The railway network is the oldest form of transportation in the world, in fact, the history of railway network started in ancient Greece in the 6th century BCE. Previously it was used in mines, but with the introduction of steam engines, commercial railways were introduced and they helped people move from one place to the other. Although the railway network is used in hundreds of countries in the world, there are some countries without railway transportation.
Countries Without a Railway Network
Andorra is the 11th smallest nation by population and the 16th tiniest by land. Other than the French railway line connecting Toulouse and Latour-de-Carol which runs approximately 1.2 miles into this country’s border, Andorra has never had a railway network. The nearest railway station is the one in France which is connected to the nation by a bus service to Andorra-la-Vella.
Bhutan is one of the smallest land-locked nations located in South Asia. Bhutan has no railway network, but there are plans to link the southern parts of Bhutan to the vast Indian railway network. India plans to construct an 11 mile long network linking Toribari in Nepal to Hashimara in western Bengal.
Currently, Cyprus has no operational railway network, but the country had a railway network which operated from 1905 to 1951. The train was 76 miles long with 39 stations but it closed down due to financial reasons. Another extension was constructed to serve the Cyprus-mines Corporation which shut down in 1974.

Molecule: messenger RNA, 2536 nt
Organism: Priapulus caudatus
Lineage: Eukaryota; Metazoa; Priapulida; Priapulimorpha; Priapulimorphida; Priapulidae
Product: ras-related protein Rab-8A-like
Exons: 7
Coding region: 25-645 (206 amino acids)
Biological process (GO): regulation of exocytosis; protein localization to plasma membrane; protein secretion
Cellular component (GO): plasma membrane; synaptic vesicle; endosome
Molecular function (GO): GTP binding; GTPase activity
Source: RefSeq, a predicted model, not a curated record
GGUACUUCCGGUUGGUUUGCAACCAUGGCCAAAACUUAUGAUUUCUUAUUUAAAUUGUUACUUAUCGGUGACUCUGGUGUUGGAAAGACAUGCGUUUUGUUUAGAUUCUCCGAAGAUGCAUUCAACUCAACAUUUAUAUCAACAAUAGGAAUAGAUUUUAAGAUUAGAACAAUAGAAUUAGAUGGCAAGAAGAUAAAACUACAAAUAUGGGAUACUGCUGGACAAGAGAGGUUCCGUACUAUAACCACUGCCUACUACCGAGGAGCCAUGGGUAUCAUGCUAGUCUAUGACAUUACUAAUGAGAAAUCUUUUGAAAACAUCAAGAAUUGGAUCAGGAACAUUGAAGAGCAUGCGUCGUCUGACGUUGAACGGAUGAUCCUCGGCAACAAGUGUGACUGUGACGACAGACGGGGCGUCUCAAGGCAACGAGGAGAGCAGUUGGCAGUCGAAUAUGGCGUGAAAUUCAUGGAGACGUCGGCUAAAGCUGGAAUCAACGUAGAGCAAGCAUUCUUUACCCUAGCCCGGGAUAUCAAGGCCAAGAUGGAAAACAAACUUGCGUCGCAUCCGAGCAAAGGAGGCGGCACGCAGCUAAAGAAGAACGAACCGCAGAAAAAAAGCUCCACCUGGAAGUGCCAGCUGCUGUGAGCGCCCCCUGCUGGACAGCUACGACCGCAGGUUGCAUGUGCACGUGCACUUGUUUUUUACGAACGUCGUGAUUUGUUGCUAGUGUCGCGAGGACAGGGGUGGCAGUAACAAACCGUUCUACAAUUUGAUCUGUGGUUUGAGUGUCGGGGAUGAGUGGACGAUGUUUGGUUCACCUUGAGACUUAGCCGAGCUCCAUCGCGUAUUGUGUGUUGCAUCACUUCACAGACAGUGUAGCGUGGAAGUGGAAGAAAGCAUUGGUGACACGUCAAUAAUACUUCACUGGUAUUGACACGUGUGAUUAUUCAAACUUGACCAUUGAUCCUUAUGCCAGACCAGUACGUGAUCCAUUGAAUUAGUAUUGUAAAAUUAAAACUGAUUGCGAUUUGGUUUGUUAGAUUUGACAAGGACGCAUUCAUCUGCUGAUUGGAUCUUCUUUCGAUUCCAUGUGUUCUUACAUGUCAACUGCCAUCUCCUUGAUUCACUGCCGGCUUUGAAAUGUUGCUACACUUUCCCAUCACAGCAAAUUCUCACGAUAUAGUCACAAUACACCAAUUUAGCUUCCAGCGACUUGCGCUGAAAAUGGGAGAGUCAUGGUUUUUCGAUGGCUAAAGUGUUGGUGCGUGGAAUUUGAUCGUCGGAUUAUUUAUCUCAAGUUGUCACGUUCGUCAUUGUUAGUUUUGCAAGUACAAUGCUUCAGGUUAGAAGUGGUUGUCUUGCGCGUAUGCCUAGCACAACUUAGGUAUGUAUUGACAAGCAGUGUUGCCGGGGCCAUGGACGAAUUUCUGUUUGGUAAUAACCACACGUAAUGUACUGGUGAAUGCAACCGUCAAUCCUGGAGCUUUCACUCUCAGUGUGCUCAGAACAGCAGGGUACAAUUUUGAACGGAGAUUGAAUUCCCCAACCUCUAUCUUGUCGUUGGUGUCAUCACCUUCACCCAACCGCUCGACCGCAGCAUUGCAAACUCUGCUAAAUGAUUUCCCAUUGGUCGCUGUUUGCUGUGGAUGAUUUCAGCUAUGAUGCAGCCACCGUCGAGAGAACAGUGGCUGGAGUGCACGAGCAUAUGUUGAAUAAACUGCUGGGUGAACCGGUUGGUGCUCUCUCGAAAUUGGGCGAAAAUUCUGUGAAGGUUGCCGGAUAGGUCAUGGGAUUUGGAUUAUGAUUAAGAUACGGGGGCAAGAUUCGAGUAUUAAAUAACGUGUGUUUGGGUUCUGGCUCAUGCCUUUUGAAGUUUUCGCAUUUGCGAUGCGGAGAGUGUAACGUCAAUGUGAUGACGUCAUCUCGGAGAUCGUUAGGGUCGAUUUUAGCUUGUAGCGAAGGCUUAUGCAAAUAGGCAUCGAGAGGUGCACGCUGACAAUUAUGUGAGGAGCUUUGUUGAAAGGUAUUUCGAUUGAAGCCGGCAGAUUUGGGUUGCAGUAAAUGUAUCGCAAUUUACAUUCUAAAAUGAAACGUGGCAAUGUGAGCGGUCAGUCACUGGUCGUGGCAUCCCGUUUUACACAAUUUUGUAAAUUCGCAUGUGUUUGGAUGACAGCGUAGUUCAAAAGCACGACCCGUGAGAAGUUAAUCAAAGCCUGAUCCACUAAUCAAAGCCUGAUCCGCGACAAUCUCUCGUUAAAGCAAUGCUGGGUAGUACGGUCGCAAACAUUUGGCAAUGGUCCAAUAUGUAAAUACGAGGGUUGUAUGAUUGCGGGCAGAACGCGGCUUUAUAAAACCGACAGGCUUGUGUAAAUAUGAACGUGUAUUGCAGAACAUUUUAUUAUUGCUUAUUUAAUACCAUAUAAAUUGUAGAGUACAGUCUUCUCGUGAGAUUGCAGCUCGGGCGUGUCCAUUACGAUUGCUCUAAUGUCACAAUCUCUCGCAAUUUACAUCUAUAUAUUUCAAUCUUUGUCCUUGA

East Timor has poor communication networks and transportation infrastructure. East Timor has never had a railway network, and the primary transportation system in the nation is via the roads which are in poor condition. There is a proposal to construct a 310.7 miles extended electrified single-track network running from Los Palos to Bobonaro.
Located in West Africa, Guinea-Bissau is one of the few African nations which have never had a railway network. The primary transportation method used in the country is via the tarmacked roads in the capital and the unpaved roads in the other towns. Guinea Bissau signed an agreement in 1998 with Portugal for the construction of a railway network in the country.
Although there have been three railway networks in Iceland, the country has never had a public railway network. Iceland has no public railway network, and this is because of stiff competition from the automobile traffic, a small population, and harsh environmental conditions. There have been abandoned proposals for a railway network since the early 1900s. New plans were introduced in the 2000s to construct a railway in the capital city.
Kuwait is an oil-wealthy nation whose transport system is highly dominated by roads. Currently, Kuwait has no railway, but several railway network projects are being planned. The country plans to construct a 1,200 mile Gulf Railway network which will run from Kuwait city to Oman.
With all the previous railway lines dismantled, Libya has not had an operational railway network since 1965. Libya has numerous railway networks projects under construction. In fact, the construction of the line connecting Ras Ajdir and Sirte began in 2001. The development of the line from Ras Ajdir to Tripoli began in 2008 and 2009.
Why Do These Countries Lack Railway Networks?
The main reason why these nations do not have a railway network is due to lack of funds for construction. The primary challenge affecting the construction of railways in countries like Iceland is a poor environment. In the oil-rich nations like Kuwait, transportation is dominated by roads, so the government did not see the need for constructing a railway line, but congestion on the streets caused by an increased number of vehicles is forcing them to start building railway networks.